Here’s a statue of St. Stephen. You can’t quite tell from the statue, but he had an enormously large head. Not in the Napoleon ego type of way. His head was actually huge. They would use his crown in the coronation of all the kings and queens, but never placed the crown on the head because it would have just become a very fancy necklace once their head slipped through it.
After hiking all around Budapest our tour was finally over so we started our descent back down the hill. I stopped to take a picture with these knights.
Will made us take a detour so he could get the perfect picture of his favorite building, Parliament. I must say it’s pretty good. And I guess the building is alright too.
I made Will stop and take a picture of me and one of my favorite things- spring! Also this is a dogwood in full bloom which is the tree my mom planted for me when I was born so I kind of feel like I have ownership of all dogwoods now.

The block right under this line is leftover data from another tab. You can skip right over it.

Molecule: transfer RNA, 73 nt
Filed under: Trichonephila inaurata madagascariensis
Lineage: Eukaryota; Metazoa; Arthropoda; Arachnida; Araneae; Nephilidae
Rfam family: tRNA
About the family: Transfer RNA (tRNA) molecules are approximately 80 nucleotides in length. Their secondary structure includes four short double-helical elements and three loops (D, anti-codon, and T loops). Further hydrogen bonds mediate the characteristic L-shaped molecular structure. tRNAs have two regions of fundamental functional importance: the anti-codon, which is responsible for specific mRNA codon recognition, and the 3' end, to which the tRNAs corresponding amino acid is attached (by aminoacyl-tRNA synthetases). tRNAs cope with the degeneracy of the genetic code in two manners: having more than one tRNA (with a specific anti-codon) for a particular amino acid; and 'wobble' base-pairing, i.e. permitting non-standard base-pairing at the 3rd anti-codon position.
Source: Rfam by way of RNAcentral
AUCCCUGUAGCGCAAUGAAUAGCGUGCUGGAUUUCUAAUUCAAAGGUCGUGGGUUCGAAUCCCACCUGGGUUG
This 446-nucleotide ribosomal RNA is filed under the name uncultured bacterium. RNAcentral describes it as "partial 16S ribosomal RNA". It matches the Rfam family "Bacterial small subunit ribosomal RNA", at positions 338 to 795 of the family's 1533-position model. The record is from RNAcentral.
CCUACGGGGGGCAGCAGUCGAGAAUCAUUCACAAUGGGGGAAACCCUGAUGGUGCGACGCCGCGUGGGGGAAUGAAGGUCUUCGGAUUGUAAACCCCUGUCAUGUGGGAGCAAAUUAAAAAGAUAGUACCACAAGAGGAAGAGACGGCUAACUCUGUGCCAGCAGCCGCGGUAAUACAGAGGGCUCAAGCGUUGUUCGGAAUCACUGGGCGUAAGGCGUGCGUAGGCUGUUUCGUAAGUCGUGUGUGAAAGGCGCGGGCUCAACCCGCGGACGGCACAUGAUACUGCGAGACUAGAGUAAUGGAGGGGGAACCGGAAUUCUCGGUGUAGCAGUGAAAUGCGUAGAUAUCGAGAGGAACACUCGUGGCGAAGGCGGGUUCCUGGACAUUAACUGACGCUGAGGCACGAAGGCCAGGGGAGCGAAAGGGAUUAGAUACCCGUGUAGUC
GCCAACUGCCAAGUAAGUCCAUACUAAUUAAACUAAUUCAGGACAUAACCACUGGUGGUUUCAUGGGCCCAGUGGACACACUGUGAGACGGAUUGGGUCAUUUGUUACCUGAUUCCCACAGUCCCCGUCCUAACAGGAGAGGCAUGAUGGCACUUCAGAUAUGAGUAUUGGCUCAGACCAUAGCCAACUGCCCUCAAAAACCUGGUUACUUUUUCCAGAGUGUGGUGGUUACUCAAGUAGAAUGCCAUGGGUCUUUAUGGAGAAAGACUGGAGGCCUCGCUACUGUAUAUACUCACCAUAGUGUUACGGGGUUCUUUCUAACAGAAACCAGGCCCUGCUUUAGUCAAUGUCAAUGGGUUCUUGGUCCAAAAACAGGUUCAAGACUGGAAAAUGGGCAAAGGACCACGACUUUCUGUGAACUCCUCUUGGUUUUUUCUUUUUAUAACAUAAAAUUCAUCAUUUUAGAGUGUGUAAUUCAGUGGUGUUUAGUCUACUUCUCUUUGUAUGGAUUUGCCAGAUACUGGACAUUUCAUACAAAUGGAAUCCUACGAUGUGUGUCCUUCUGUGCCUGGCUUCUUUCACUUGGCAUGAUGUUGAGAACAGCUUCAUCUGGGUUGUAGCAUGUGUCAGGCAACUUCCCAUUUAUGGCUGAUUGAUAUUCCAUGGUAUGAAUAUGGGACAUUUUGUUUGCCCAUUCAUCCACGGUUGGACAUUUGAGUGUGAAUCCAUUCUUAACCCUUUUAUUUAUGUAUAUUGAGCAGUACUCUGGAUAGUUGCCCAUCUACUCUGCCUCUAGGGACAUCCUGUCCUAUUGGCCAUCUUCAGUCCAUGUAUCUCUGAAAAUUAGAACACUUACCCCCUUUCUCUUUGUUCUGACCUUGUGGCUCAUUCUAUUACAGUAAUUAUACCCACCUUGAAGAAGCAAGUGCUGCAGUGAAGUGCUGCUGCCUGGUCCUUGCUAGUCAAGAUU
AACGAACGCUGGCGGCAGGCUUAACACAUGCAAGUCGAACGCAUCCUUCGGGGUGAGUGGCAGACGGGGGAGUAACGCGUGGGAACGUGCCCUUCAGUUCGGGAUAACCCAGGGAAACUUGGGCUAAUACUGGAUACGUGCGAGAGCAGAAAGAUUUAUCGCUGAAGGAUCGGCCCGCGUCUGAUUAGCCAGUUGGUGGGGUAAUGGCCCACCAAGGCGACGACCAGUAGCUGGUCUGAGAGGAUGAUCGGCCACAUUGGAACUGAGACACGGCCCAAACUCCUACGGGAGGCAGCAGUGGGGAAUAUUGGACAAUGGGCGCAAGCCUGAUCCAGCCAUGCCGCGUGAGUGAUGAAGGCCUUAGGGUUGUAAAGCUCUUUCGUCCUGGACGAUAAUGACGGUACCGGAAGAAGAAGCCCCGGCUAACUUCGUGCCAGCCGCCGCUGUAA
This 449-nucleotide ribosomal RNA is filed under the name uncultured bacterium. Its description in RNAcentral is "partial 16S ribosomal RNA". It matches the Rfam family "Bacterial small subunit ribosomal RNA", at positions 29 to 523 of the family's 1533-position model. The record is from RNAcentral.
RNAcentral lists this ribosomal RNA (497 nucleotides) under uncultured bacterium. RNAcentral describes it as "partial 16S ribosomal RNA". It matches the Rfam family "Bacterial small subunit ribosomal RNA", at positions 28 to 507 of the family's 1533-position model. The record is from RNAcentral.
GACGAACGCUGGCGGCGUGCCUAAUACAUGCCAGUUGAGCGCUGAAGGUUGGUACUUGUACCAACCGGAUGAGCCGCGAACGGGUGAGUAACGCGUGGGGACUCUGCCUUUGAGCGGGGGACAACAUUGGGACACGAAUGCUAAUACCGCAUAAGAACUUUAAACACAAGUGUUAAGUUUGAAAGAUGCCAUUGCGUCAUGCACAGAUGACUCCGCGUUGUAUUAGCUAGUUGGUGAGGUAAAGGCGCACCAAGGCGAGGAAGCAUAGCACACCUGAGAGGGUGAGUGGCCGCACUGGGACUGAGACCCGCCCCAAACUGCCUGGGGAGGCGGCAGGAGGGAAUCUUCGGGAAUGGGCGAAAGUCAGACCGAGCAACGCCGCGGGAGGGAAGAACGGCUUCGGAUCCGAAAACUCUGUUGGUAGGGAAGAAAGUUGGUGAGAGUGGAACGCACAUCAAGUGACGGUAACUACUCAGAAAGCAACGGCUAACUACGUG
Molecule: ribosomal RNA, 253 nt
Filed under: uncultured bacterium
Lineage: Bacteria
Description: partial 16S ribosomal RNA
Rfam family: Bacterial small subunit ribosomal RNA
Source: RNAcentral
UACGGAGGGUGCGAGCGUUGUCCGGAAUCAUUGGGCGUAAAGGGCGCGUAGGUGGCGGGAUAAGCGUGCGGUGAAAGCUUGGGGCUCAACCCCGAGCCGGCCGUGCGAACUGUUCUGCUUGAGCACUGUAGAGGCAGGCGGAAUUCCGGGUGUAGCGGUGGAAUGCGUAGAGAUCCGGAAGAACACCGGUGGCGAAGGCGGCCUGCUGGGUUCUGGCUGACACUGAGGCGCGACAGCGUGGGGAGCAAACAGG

Then we went and got a late lunch/early dinner. I got hungarian beef stew with hungarian dumplings and Will got curry chicken. Both meals were amazing and not only did I finish my plate, but I finished before Will. Unheard of.
For dessert we went to the market and got a kilo of strawberries for about the price of one strawberry back in Denmark. And yes we ate the whole bag in less than ten minutes… We’re starving college students in Europe.
We walked around some more and went back to our hostel and passed out. We woke up on Saturday morning and got breakfast from this great place called Cafe Alibi. I got french toast complete with a milkshake.
Then we headed back to St. Stephen’s so we could see the relic and Will could climb the dome. So the relic is St. Stephen’s hand which was supposedly mummified, but recent tests have revealed that it was never mummified and yet it has somehow stayed intact. I find it a bit creepy, but many people come and pray to the hand every day.
So then it was time to climb the dome… I was not a happy camper.
But as usual, the view was worth it in the end.
And as a reward I got the most amazing gelato when we got back down! Will bought me gelato from a place that shaped it into a rose!
Then we walked up Andrassy which is one of the main streets in Budapest and was designed after Champs-Elysees. It was beautiful and the trees weren’t even in full bloom yet.
The road ended at Heroe’s Square which is situated between a few museums and is pretty impressive.